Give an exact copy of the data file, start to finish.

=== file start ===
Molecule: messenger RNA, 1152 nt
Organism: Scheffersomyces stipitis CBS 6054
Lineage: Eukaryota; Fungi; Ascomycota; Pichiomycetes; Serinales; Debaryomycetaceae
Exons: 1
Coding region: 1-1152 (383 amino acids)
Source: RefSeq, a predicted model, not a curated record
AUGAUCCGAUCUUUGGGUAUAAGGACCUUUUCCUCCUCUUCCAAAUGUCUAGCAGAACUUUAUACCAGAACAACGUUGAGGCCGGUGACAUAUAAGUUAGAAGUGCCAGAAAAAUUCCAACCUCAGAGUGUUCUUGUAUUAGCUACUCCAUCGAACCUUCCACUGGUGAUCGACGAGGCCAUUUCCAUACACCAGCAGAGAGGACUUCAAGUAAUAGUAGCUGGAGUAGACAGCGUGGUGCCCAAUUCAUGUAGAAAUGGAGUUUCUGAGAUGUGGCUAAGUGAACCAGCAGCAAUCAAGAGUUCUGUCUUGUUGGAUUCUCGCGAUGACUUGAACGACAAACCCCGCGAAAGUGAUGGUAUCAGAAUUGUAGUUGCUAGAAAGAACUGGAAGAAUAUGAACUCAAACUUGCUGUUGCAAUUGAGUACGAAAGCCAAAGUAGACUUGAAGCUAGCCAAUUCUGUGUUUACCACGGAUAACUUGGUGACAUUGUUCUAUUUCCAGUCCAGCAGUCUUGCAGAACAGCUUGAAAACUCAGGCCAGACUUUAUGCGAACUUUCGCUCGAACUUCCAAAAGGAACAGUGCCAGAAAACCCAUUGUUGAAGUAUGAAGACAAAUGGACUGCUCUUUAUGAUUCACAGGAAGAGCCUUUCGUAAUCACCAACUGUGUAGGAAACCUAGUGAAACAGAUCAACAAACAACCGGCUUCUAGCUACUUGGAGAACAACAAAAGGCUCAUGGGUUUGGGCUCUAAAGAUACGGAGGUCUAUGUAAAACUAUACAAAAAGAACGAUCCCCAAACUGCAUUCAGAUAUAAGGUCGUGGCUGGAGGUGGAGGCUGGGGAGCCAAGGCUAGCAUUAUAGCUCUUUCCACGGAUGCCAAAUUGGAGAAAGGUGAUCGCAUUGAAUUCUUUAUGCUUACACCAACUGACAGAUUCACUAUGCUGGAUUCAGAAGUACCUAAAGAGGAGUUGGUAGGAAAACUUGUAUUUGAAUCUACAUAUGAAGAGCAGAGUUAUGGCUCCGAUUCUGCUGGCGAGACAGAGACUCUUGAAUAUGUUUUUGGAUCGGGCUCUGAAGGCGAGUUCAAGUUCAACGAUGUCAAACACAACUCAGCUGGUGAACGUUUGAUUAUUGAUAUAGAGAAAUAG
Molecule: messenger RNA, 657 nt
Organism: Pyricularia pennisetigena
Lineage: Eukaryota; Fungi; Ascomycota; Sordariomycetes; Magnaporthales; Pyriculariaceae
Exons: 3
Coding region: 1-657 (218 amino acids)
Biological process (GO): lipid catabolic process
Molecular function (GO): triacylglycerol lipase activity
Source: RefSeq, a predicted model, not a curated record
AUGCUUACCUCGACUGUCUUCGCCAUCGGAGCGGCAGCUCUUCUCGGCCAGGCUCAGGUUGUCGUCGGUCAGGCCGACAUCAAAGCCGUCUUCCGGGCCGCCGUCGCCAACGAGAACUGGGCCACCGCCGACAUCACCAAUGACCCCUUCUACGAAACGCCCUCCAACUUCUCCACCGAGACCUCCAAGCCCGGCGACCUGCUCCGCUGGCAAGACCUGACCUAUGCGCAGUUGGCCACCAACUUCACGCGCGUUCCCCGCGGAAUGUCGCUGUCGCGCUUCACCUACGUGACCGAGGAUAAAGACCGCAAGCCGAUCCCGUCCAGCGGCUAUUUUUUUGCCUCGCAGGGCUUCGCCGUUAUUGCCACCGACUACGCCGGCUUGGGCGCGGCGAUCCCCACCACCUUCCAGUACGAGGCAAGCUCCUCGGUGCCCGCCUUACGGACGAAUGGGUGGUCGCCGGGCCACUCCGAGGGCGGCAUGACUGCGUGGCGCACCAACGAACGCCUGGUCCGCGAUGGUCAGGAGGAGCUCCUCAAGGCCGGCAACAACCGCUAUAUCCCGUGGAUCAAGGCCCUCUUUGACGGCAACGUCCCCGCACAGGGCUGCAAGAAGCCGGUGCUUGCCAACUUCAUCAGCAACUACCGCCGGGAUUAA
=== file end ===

Molecule: messenger RNA, 1152 nt
Organism: Scheffersomyces stipitis CBS 6054
Lineage: Eukaryota; Fungi; Ascomycota; Pichiomycetes; Serinales; Debaryomycetaceae
Exons: 1
Coding region: 1-1152 (383 amino acids)
Source: RefSeq, a predicted model, not a curated record
AUGAUCCGAUCUUUGGGUAUAAGGACCUUUUCCUCCUCUUCCAAAUGUCUAGCAGAACUUUAUACCAGAACAACGUUGAGGCCGGUGACAUAUAAGUUAGAAGUGCCAGAAAAAUUCCAACCUCAGAGUGUUCUUGUAUUAGCUACUCCAUCGAACCUUCCACUGGUGAUCGACGAGGCCAUUUCCAUACACCAGCAGAGAGGACUUCAAGUAAUAGUAGCUGGAGUAGACAGCGUGGUGCCCAAUUCAUGUAGAAAUGGAGUUUCUGAGAUGUGGCUAAGUGAACCAGCAGCAAUCAAGAGUUCUGUCUUGUUGGAUUCUCGCGAUGACUUGAACGACAAACCCCGCGAAAGUGAUGGUAUCAGAAUUGUAGUUGCUAGAAAGAACUGGAAGAAUAUGAACUCAAACUUGCUGUUGCAAUUGAGUACGAAAGCCAAAGUAGACUUGAAGCUAGCCAAUUCUGUGUUUACCACGGAUAACUUGGUGACAUUGUUCUAUUUCCAGUCCAGCAGUCUUGCAGAACAGCUUGAAAACUCAGGCCAGACUUUAUGCGAACUUUCGCUCGAACUUCCAAAAGGAACAGUGCCAGAAAACCCAUUGUUGAAGUAUGAAGACAAAUGGACUGCUCUUUAUGAUUCACAGGAAGAGCCUUUCGUAAUCACCAACUGUGUAGGAAACCUAGUGAAACAGAUCAACAAACAACCGGCUUCUAGCUACUUGGAGAACAACAAAAGGCUCAUGGGUUUGGGCUCUAAAGAUACGGAGGUCUAUGUAAAACUAUACAAAAAGAACGAUCCCCAAACUGCAUUCAGAUAUAAGGUCGUGGCUGGAGGUGGAGGCUGGGGAGCCAAGGCUAGCAUUAUAGCUCUUUCCACGGAUGCCAAAUUGGAGAAAGGUGAUCGCAUUGAAUUCUUUAUGCUUACACCAACUGACAGAUUCACUAUGCUGGAUUCAGAAGUACCUAAAGAGGAGUUGGUAGGAAAACUUGUAUUUGAAUCUACAUAUGAAGAGCAGAGUUAUGGCUCCGAUUCUGCUGGCGAGACAGAGACUCUUGAAUAUGUUUUUGGAUCGGGCUCUGAAGGCGAGUUCAAGUUCAACGAUGUCAAACACAACUCAGCUGGUGAACGUUUGAUUAUUGAUAUAGAGAAAUAG
Molecule: messenger RNA, 657 nt
Organism: Pyricularia pennisetigena
Lineage: Eukaryota; Fungi; Ascomycota; Sordariomycetes; Magnaporthales; Pyriculariaceae
Exons: 3
Coding region: 1-657 (218 amino acids)
Biological process (GO): lipid catabolic process
Molecular function (GO): triacylglycerol lipase activity
Source: RefSeq, a predicted model, not a curated record
AUGCUUACCUCGACUGUCUUCGCCAUCGGAGCGGCAGCUCUUCUCGGCCAGGCUCAGGUUGUCGUCGGUCAGGCCGACAUCAAAGCCGUCUUCCGGGCCGCCGUCGCCAACGAGAACUGGGCCACCGCCGACAUCACCAAUGACCCCUUCUACGAAACGCCCUCCAACUUCUCCACCGAGACCUCCAAGCCCGGCGACCUGCUCCGCUGGCAAGACCUGACCUAUGCGCAGUUGGCCACCAACUUCACGCGCGUUCCCCGCGGAAUGUCGCUGUCGCGCUUCACCUACGUGACCGAGGAUAAAGACCGCAAGCCGAUCCCGUCCAGCGGCUAUUUUUUUGCCUCGCAGGGCUUCGCCGUUAUUGCCACCGACUACGCCGGCUUGGGCGCGGCGAUCCCCACCACCUUCCAGUACGAGGCAAGCUCCUCGGUGCCCGCCUUACGGACGAAUGGGUGGUCGCCGGGCCACUCCGAGGGCGGCAUGACUGCGUGGCGCACCAACGAACGCCUGGUCCGCGAUGGUCAGGAGGAGCUCCUCAAGGCCGGCAACAACCGCUAUAUCCCGUGGAUCAAGGCCCUCUUUGACGGCAACGUCCCCGCACAGGGCUGCAAGAAGCCGGUGCUUGCCAACUUCAUCAGCAACUACCGCCGGGAUUAA